Grant Lottering, Backed by Mercedes-Benz Vans, Will Cycle the Famous Alpine Mountain 20 Times in Support of Laureus Sport for Good SA

It has been nearly a decade since Grant Lottering was declared dead after being involved in a catastrophic cycling accident in Italy in 2013. Travelling at over 60 kilometres per hour, Grant went straight into a solid rock wall, breaking 22 bones and causing his heart to stop almost instantly. The medical team at the scene of the accident defibrillated Grant’s heart twice before it started beating again. When he regained consciousness a day later in an ICU in Italy, the medical staff informed Grant that he was incredibly fortunate to be alive and called him a ‘dead man walking’. “You survived death,” they said, and he immediately knew he had been given a second chance at life.

Despite overcoming significant odds, the struggle for Grant was far from over. Along with many broken bones, Grant sustained internal and external bleeding and numerous other injuries. After the accident, the opinion regarding Grant’s situation was unwavering, “You have zero chance of getting back on a bicycle.”

What the medical practitioners couldn’t see, though, was that Grant’s mind was already made up. He was going to return the very next year to finish the tour that he hadn’t been able to complete because of the crash.

“I wanted to finish the race because they told me I couldn’t,” says Grant with a chuckle. “If you tell me I can’t do something, it’s the best motivation for me to go and do it.”

Grant managed to find one surgeon - who he fondly calls Dr P. - who was prepared to work with him. In the space of four months, Grant had five surgeries done. Although he had the backing of one surgeon, Grant recalls how he once asked Dr P. if he believed that he would be able to get back on a bicycle in time for the race. Dr P. replied with a sigh, “I don’t want to be negative, Grant, but it’s highly unlikely…”

At times, it seemed as if everything was against Grant and his dream to finish the race. Looking back on those days of hopelessness, Grant says, “Things seemed impossible. I couldn’t walk, in fact, I couldn’t do anything physically. But in my mind, I was cycling in the Alps.”

On the 5th of July 2014, less than twelve months after his accident, Grant completed one of the toughest one-day amateur races in the world, the La Marmotte. The race spanned over 170km and finished on the revered and feared Alpe d’Huez alpine mountain - arguably the most famous mountain in the Tour de France. This unbelievable achievement gave Grant the confidence he needed to start and finish the Leggendaria Charly Gaul in Trento in Italy on the 20th of July 2014, the very race that had nearly taken his life in 2013.

The day after this remarkable feat, Grant said that he knew he had found what he was meant to do. “If I could do that with one arm and one leg, I knew I could do so much more when I was recovered.” And so the idea for Grant’s Im’possible Tour came to life.

The first Im’possible Tour - ‘from death to the top of the alps in one year’ brought Grant face to face with one of the most challenging experiences he had ever faced. Now, eight years and twelve surgeries later, Grant is back in the Alps, gearing up for his 10th Im’possible Tour, in collaboration with Mercedes-Benz Vans. The tour will start and finish on the same famous mountain where it all began in 2014, the Alpe d’Huez.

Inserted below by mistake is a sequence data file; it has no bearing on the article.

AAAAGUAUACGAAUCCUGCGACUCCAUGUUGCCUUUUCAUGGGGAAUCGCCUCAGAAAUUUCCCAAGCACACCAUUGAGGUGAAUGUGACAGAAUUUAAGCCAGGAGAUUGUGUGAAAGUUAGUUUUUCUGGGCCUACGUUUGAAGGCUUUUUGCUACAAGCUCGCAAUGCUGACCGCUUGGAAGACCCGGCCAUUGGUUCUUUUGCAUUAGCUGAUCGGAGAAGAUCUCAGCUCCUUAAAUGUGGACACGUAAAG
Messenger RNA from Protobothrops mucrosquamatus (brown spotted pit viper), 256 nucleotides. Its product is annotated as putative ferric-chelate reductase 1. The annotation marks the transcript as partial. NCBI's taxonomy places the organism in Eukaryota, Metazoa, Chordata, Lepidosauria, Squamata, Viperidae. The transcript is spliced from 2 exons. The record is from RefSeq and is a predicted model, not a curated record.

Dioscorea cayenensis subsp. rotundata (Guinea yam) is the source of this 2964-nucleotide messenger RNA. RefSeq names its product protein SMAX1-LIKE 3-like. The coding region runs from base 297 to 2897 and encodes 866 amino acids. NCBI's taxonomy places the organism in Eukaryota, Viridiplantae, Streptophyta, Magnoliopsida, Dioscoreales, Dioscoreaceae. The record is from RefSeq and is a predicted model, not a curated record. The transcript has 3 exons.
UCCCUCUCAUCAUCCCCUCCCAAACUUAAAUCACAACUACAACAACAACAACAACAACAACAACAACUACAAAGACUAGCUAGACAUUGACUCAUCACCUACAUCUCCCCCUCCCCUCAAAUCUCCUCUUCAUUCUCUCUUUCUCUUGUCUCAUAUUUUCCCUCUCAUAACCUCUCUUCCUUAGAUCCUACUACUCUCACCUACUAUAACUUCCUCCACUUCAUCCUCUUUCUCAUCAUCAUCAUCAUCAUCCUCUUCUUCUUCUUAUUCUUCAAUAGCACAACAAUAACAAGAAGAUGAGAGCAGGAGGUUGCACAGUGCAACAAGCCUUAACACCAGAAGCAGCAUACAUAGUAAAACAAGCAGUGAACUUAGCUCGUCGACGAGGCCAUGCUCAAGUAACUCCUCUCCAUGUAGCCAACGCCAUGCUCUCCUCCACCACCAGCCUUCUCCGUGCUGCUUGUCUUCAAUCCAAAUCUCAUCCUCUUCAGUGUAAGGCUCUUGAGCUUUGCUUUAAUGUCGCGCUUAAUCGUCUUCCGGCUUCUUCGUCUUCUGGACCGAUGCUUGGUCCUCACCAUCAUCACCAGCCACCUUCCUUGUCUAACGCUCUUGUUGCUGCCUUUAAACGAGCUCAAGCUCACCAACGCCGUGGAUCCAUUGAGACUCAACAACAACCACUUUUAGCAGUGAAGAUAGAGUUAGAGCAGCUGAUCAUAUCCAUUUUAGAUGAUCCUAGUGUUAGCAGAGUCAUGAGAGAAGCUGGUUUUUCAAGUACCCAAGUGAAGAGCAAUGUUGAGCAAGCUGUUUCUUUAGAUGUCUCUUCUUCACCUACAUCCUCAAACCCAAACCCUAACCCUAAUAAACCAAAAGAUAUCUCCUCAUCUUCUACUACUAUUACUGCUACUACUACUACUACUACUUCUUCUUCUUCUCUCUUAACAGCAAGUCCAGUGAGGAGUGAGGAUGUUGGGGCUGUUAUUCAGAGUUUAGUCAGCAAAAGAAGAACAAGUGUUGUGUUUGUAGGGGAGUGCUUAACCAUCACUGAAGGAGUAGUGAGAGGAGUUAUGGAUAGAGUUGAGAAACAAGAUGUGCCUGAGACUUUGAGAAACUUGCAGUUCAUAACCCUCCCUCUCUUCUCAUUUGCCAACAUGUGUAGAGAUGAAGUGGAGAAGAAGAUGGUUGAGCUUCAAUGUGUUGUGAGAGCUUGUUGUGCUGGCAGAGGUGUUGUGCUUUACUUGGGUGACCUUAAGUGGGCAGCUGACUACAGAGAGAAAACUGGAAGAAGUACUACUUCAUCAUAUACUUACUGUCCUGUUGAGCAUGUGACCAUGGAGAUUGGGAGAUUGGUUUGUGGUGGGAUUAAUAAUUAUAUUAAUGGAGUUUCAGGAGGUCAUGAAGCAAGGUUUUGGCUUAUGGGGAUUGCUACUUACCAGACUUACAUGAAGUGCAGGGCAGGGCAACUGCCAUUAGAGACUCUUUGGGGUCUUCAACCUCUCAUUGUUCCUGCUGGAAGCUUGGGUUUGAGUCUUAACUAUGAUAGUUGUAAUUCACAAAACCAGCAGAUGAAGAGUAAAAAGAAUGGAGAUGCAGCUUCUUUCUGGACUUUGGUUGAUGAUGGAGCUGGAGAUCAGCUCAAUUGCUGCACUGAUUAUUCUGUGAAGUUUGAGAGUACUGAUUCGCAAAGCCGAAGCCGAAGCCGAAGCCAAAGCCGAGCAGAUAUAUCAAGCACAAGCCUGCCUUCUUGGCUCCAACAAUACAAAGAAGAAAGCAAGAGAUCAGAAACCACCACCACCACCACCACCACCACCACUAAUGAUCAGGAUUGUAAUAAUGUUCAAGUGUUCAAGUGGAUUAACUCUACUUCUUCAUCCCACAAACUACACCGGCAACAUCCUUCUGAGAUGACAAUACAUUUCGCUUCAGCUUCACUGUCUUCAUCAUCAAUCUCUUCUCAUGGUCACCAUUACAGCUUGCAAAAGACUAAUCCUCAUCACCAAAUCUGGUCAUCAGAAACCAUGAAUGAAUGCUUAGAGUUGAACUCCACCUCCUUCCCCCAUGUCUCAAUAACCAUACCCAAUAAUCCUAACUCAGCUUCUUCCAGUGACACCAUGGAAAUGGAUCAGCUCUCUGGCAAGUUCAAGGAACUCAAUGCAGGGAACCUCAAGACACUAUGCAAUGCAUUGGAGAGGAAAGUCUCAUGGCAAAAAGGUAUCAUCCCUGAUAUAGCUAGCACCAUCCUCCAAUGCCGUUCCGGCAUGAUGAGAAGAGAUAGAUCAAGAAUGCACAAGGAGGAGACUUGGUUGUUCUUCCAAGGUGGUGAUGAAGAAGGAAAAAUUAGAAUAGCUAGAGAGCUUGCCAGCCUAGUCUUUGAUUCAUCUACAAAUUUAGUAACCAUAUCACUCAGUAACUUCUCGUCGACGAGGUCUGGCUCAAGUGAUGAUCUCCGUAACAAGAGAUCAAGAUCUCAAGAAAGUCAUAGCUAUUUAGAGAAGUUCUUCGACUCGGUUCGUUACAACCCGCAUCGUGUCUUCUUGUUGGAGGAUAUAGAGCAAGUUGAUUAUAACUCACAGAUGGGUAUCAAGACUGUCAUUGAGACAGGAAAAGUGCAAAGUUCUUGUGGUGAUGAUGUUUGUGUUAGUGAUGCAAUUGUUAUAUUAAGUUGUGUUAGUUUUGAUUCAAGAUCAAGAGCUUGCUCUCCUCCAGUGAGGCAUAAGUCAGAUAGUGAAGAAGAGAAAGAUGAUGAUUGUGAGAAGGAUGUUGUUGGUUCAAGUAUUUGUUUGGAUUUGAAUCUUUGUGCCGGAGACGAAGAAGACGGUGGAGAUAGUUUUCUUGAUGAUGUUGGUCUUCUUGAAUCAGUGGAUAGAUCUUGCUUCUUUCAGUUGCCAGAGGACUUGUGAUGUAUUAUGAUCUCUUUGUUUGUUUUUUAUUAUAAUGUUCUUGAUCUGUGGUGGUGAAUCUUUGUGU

To date, Grant has raised more than 2.5 million Rand for charity and has reached over 160 million people, inspiring them with his remarkable life story while raising awareness for important causes. Since 2016, Grant has been sponsored by Mercedes-Benz Vans, who assist him in continuing his important work. Speaking of his experience with the Mercedes-Benz V-Class, the vehicle that has accompanied him on several tours, Grant says, “Given that I always have a bicycle with me, what I love about the V-Class is the seat configuration. I can move the seats around to create the perfect fit for whatever purpose I need, and then I can just hop right in. Meanwhile, my team also loves it. They spend hours in the vehicle on tours and rave about how comfortable the V-Class is inside and how effortless it is to drive.”  

A V-Class will accompany Grant on his next Im’possible Tour, the #20onHuez, in aid of Laureus Sport for Good South Africa. Grant says he feels incredibly privileged to be an ambassador for Laureus SA, a foundation which helps children dream and look past their own impossible situations through the power of sport.

Grant says, “Through my story and my Im’possible Tours, I strive to inspire young people who find themselves in impossible situations. We are all born with a purpose and destiny, and your purpose is not subject to where you are or where you come from… it’s subject to you believing you have a purpose you want to fulfil in your life.” 

A special theme accompanying the #20onHuez Im’possible Tour is one of never giving up on your dreams. Grant goes on to say, “I am fulfilling a dream that I had since I was a professional 20-year-old cyclist, to ride the alpine mountains we see in the Tour de France. The Alpe d’huez is the greatest prize for any cyclist, and now, with the help of Mercedes-Benz Vans, I will be back where it all began in 2014, cycling this famous and feared stretch of mountain road. I will cycle the Alpe d’huez 20 times in one continuous ride to celebrate Laureus SA’s 20th anniversary.  This will be a brutal 552km of up and down, gaining 21,600m of elevation and my ultimate prize in aid of underprivileged children.”

To find out more about how you can support Grant’s #20onHuez Im’possible Tour, in aid of Laureus, Sport for Good South Africa, please visit www.grantlottering.com